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Scene Management Question.

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Im at the stage in my engine where I need to implement some type of scene management algo. My engine is a 3D engine but the game itself is a 2D game but in 3D (think civ3 in 3D). so there will be terrain and models all over with a top-dow / isometric view. Im wondering what type of scene management would be nice for such a game. Currently Im thinking of doing a simple Frustrum Culling Test that checks to see if the object's bounding sphere is inside the frustrum. This shouldnt be hard to implement, i dont believe. I dont know if OctTrees or Quad Trees are worth while for this game...they might be overkill? Whats your opinion?? EDIT: I did take a look at the Occlusion Culling Using DirectX 9 Article and it peeked my interest.

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What sort of numbers and technology are we looking at?

You trying to push the upper limits of hardware (1000's of models all with shaders and funky effects?!) or are you aiming a bit lower down?

Scene management is essential if you want efficiency, but if you're not looking to push the upper limits you can slack off a little if you have to. But, note that a generally efficient engine targetting low-to-mid hardware will still benefit as it means you'll be able to run on more slower/worse hardware...

Anyway, for terrain it wont take much work to create a stupidly powerful renderer that is both beautiful looking and exceptionally efficient. Quadtrees and optimized index buffers are the way forward here - neither being more than a day (or two) of work.

Implementing quadtree's into your frustum culling algorithm (I'm a fan of a simple Cohen-Sutherland 6-bit plane test) isn't too hard - its more a case of designing your data structures so that the code is simple and straight forward. The algorithm itself isn't really that difficult.

Once you've got quadtree's you can look at attaching a subset of a large IB/VB pair to each node (think in terms of DrawIndexedPrimivive()) parameters. Also, unless you're dealing with HUGE terrains a bit of data-duplication won't hurt your memory requirements but can reduce the number of draw calls (which gives better performance) [wink]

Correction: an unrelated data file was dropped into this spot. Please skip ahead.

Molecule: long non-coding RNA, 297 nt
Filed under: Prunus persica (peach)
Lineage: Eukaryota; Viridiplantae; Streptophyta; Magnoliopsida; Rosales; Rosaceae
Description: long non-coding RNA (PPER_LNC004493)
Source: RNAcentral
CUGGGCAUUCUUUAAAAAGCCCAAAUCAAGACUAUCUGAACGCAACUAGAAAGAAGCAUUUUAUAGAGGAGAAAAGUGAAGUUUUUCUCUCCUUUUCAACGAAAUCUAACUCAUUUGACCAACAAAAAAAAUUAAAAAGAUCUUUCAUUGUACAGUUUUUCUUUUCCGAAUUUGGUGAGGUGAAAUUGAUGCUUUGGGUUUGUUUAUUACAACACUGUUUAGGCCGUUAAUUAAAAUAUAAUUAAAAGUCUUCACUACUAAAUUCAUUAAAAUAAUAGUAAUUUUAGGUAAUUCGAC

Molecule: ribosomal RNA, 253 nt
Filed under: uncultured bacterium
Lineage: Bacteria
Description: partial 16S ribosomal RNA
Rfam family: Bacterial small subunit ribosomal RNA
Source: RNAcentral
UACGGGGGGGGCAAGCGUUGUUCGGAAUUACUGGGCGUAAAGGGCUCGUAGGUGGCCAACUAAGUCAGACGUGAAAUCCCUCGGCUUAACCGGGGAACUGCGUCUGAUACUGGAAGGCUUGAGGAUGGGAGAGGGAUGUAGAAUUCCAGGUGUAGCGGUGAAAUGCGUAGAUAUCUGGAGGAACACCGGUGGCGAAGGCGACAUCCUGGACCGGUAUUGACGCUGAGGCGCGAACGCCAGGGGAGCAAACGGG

As for the models on the terrain - difficult to say for sure. Some sort of simple state management and re-ordering algorithm (e.g. batching based on state changes) is a definite good move, but thats largely dependent on the details of what you're rendering...

Also - final tip - PROFILE PROFILE PROFILE! [grin] Once you move onto making these sorts of changes you want to know exactly what sort of trade-off (good or bad) that your changes are making to the performance characteristics of the application.

hth
Jack

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Well the game itself will probably have about 100-300 models on the screen (most likely using some sort of instancing), plus lights, particle effects, and terrain. I guess I can use quadtrees for the terrain, although the terrain is going to be very small. Ill definately use the 6-plane test for figuring out which model to draw and when. Although thats a bit resource intensive for every frame, no??

But since the game is almost tile based in a sense, I guess having the models and the terrain inside a quad tree might be easiler to implement.

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Quote:
EDIT: I did take a look at the Occlusion Culling Using DirectX 9 Article and it peeked my interest.